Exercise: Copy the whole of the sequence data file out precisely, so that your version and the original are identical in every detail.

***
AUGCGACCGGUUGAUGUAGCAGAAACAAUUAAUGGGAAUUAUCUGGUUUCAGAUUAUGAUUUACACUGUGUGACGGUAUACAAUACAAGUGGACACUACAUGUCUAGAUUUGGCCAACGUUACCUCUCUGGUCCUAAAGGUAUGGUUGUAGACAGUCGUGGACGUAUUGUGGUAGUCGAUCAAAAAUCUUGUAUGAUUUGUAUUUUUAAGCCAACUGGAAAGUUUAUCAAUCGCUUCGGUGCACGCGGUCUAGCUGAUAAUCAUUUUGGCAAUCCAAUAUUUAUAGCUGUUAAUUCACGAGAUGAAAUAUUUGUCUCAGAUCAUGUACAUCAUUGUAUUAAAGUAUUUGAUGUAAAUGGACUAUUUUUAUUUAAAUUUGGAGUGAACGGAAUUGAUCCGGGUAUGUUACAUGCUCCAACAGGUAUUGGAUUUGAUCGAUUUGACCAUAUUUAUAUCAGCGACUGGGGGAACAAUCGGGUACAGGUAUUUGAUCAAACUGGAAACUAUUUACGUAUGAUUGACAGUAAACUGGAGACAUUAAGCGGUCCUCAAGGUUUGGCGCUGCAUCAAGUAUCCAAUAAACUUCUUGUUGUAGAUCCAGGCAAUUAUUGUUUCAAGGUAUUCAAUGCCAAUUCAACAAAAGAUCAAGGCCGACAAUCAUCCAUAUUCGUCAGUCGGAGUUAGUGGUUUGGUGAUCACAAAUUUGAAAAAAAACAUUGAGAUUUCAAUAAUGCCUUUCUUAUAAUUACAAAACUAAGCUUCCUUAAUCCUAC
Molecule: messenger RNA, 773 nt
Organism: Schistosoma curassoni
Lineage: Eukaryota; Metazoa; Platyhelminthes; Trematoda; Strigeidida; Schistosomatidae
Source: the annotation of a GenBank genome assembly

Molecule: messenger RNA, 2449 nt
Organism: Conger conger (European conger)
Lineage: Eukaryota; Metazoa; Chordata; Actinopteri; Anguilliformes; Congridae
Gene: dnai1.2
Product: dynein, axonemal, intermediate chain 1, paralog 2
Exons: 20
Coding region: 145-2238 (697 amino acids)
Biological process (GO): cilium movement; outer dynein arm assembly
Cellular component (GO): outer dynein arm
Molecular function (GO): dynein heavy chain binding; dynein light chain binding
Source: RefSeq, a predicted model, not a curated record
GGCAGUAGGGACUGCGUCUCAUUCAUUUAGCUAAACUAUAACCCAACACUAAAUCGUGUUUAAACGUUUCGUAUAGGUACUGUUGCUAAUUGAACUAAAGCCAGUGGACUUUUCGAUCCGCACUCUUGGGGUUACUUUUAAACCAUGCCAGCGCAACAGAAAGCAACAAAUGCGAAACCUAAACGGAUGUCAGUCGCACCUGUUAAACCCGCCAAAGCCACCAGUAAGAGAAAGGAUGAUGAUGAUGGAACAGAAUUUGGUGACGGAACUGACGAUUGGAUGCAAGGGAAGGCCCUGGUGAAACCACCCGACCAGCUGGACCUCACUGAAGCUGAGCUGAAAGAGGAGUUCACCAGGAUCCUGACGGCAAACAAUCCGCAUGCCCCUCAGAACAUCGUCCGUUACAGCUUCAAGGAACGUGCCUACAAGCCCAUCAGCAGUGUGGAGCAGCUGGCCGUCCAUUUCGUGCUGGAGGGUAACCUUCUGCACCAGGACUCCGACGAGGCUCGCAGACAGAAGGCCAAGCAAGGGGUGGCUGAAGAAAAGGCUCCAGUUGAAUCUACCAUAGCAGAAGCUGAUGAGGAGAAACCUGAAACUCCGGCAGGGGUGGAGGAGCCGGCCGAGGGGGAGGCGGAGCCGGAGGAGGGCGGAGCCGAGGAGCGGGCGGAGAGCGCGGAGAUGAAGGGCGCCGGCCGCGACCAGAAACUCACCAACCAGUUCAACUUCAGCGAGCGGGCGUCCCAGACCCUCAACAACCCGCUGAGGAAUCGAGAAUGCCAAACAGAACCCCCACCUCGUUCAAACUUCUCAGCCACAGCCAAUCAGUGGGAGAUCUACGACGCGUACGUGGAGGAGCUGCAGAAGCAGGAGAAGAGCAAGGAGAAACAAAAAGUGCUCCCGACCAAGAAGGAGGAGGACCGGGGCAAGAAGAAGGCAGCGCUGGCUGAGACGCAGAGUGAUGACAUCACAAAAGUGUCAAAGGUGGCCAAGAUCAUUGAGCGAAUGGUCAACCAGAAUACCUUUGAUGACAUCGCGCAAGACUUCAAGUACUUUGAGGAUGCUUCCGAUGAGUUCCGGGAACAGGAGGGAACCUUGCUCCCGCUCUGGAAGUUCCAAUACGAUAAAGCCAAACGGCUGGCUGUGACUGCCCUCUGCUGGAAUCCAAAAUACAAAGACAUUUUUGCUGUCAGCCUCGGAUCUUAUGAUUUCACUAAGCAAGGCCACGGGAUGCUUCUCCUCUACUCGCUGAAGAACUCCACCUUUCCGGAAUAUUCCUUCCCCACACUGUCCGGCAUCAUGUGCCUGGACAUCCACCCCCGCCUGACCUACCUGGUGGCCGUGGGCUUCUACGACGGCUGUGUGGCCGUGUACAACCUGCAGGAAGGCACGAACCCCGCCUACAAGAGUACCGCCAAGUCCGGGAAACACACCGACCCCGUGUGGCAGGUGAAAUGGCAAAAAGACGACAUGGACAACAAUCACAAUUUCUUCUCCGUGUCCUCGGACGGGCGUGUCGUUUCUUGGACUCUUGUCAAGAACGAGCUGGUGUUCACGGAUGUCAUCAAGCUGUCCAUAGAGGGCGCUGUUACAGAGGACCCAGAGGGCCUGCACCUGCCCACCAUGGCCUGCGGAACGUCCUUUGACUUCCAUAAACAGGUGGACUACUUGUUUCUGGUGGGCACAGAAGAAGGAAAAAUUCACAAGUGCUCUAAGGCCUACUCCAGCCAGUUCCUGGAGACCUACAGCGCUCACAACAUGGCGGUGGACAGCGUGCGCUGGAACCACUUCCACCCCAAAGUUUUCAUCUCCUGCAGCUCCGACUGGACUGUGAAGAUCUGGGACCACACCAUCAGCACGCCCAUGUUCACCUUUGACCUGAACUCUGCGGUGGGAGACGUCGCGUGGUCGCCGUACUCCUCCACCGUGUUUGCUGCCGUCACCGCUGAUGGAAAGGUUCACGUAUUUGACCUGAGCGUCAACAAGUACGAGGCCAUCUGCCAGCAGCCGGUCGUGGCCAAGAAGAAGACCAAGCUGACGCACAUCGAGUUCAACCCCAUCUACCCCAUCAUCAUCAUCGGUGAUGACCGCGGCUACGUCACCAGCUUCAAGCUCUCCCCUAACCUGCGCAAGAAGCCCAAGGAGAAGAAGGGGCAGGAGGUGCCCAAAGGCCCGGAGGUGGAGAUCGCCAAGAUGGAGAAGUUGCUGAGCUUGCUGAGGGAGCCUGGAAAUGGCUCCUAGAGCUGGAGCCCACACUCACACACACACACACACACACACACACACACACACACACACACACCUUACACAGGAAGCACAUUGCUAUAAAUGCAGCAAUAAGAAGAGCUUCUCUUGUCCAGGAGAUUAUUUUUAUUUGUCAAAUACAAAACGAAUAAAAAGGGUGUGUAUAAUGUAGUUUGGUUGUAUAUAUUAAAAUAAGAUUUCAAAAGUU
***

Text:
AUGCGACCGGUUGAUGUAGCAGAAACAAUUAAUGGGAAUUAUCUGGUUUCAGAUUAUGAUUUACACUGUGUGACGGUAUACAAUACAAGUGGACACUACAUGUCUAGAUUUGGCCAACGUUACCUCUCUGGUCCUAAAGGUAUGGUUGUAGACAGUCGUGGACGUAUUGUGGUAGUCGAUCAAAAAUCUUGUAUGAUUUGUAUUUUUAAGCCAACUGGAAAGUUUAUCAAUCGCUUCGGUGCACGCGGUCUAGCUGAUAAUCAUUUUGGCAAUCCAAUAUUUAUAGCUGUUAAUUCACGAGAUGAAAUAUUUGUCUCAGAUCAUGUACAUCAUUGUAUUAAAGUAUUUGAUGUAAAUGGACUAUUUUUAUUUAAAUUUGGAGUGAACGGAAUUGAUCCGGGUAUGUUACAUGCUCCAACAGGUAUUGGAUUUGAUCGAUUUGACCAUAUUUAUAUCAGCGACUGGGGGAACAAUCGGGUACAGGUAUUUGAUCAAACUGGAAACUAUUUACGUAUGAUUGACAGUAAACUGGAGACAUUAAGCGGUCCUCAAGGUUUGGCGCUGCAUCAAGUAUCCAAUAAACUUCUUGUUGUAGAUCCAGGCAAUUAUUGUUUCAAGGUAUUCAAUGCCAAUUCAACAAAAGAUCAAGGCCGACAAUCAUCCAUAUUCGUCAGUCGGAGUUAGUGGUUUGGUGAUCACAAAUUUGAAAAAAAACAUUGAGAUUUCAAUAAUGCCUUUCUUAUAAUUACAAAACUAAGCUUCCUUAAUCCUAC
Molecule: messenger RNA, 773 nt
Organism: Schistosoma curassoni
Lineage: Eukaryota; Metazoa; Platyhelminthes; Trematoda; Strigeidida; Schistosomatidae
Source: the annotation of a GenBank genome assembly

Molecule: messenger RNA, 2449 nt
Organism: Conger conger (European conger)
Lineage: Eukaryota; Metazoa; Chordata; Actinopteri; Anguilliformes; Congridae
Gene: dnai1.2
Product: dynein, axonemal, intermediate chain 1, paralog 2
Exons: 20
Coding region: 145-2238 (697 amino acids)
Biological process (GO): cilium movement; outer dynein arm assembly
Cellular component (GO): outer dynein arm
Molecular function (GO): dynein heavy chain binding; dynein light chain binding
Source: RefSeq, a predicted model, not a curated record
GGCAGUAGGGACUGCGUCUCAUUCAUUUAGCUAAACUAUAACCCAACACUAAAUCGUGUUUAAACGUUUCGUAUAGGUACUGUUGCUAAUUGAACUAAAGCCAGUGGACUUUUCGAUCCGCACUCUUGGGGUUACUUUUAAACCAUGCCAGCGCAACAGAAAGCAACAAAUGCGAAACCUAAACGGAUGUCAGUCGCACCUGUUAAACCCGCCAAAGCCACCAGUAAGAGAAAGGAUGAUGAUGAUGGAACAGAAUUUGGUGACGGAACUGACGAUUGGAUGCAAGGGAAGGCCCUGGUGAAACCACCCGACCAGCUGGACCUCACUGAAGCUGAGCUGAAAGAGGAGUUCACCAGGAUCCUGACGGCAAACAAUCCGCAUGCCCCUCAGAACAUCGUCCGUUACAGCUUCAAGGAACGUGCCUACAAGCCCAUCAGCAGUGUGGAGCAGCUGGCCGUCCAUUUCGUGCUGGAGGGUAACCUUCUGCACCAGGACUCCGACGAGGCUCGCAGACAGAAGGCCAAGCAAGGGGUGGCUGAAGAAAAGGCUCCAGUUGAAUCUACCAUAGCAGAAGCUGAUGAGGAGAAACCUGAAACUCCGGCAGGGGUGGAGGAGCCGGCCGAGGGGGAGGCGGAGCCGGAGGAGGGCGGAGCCGAGGAGCGGGCGGAGAGCGCGGAGAUGAAGGGCGCCGGCCGCGACCAGAAACUCACCAACCAGUUCAACUUCAGCGAGCGGGCGUCCCAGACCCUCAACAACCCGCUGAGGAAUCGAGAAUGCCAAACAGAACCCCCACCUCGUUCAAACUUCUCAGCCACAGCCAAUCAGUGGGAGAUCUACGACGCGUACGUGGAGGAGCUGCAGAAGCAGGAGAAGAGCAAGGAGAAACAAAAAGUGCUCCCGACCAAGAAGGAGGAGGACCGGGGCAAGAAGAAGGCAGCGCUGGCUGAGACGCAGAGUGAUGACAUCACAAAAGUGUCAAAGGUGGCCAAGAUCAUUGAGCGAAUGGUCAACCAGAAUACCUUUGAUGACAUCGCGCAAGACUUCAAGUACUUUGAGGAUGCUUCCGAUGAGUUCCGGGAACAGGAGGGAACCUUGCUCCCGCUCUGGAAGUUCCAAUACGAUAAAGCCAAACGGCUGGCUGUGACUGCCCUCUGCUGGAAUCCAAAAUACAAAGACAUUUUUGCUGUCAGCCUCGGAUCUUAUGAUUUCACUAAGCAAGGCCACGGGAUGCUUCUCCUCUACUCGCUGAAGAACUCCACCUUUCCGGAAUAUUCCUUCCCCACACUGUCCGGCAUCAUGUGCCUGGACAUCCACCCCCGCCUGACCUACCUGGUGGCCGUGGGCUUCUACGACGGCUGUGUGGCCGUGUACAACCUGCAGGAAGGCACGAACCCCGCCUACAAGAGUACCGCCAAGUCCGGGAAACACACCGACCCCGUGUGGCAGGUGAAAUGGCAAAAAGACGACAUGGACAACAAUCACAAUUUCUUCUCCGUGUCCUCGGACGGGCGUGUCGUUUCUUGGACUCUUGUCAAGAACGAGCUGGUGUUCACGGAUGUCAUCAAGCUGUCCAUAGAGGGCGCUGUUACAGAGGACCCAGAGGGCCUGCACCUGCCCACCAUGGCCUGCGGAACGUCCUUUGACUUCCAUAAACAGGUGGACUACUUGUUUCUGGUGGGCACAGAAGAAGGAAAAAUUCACAAGUGCUCUAAGGCCUACUCCAGCCAGUUCCUGGAGACCUACAGCGCUCACAACAUGGCGGUGGACAGCGUGCGCUGGAACCACUUCCACCCCAAAGUUUUCAUCUCCUGCAGCUCCGACUGGACUGUGAAGAUCUGGGACCACACCAUCAGCACGCCCAUGUUCACCUUUGACCUGAACUCUGCGGUGGGAGACGUCGCGUGGUCGCCGUACUCCUCCACCGUGUUUGCUGCCGUCACCGCUGAUGGAAAGGUUCACGUAUUUGACCUGAGCGUCAACAAGUACGAGGCCAUCUGCCAGCAGCCGGUCGUGGCCAAGAAGAAGACCAAGCUGACGCACAUCGAGUUCAACCCCAUCUACCCCAUCAUCAUCAUCGGUGAUGACCGCGGCUACGUCACCAGCUUCAAGCUCUCCCCUAACCUGCGCAAGAAGCCCAAGGAGAAGAAGGGGCAGGAGGUGCCCAAAGGCCCGGAGGUGGAGAUCGCCAAGAUGGAGAAGUUGCUGAGCUUGCUGAGGGAGCCUGGAAAUGGCUCCUAGAGCUGGAGCCCACACUCACACACACACACACACACACACACACACACACACACACACACACCUUACACAGGAAGCACAUUGCUAUAAAUGCAGCAAUAAGAAGAGCUUCUCUUGUCCAGGAGAUUAUUUUUAUUUGUCAAAUACAAAACGAAUAAAAAGGGUGUGUAUAAUGUAGUUUGGUUGUAUAUAUUAAAAUAAGAUUUCAAAAGUU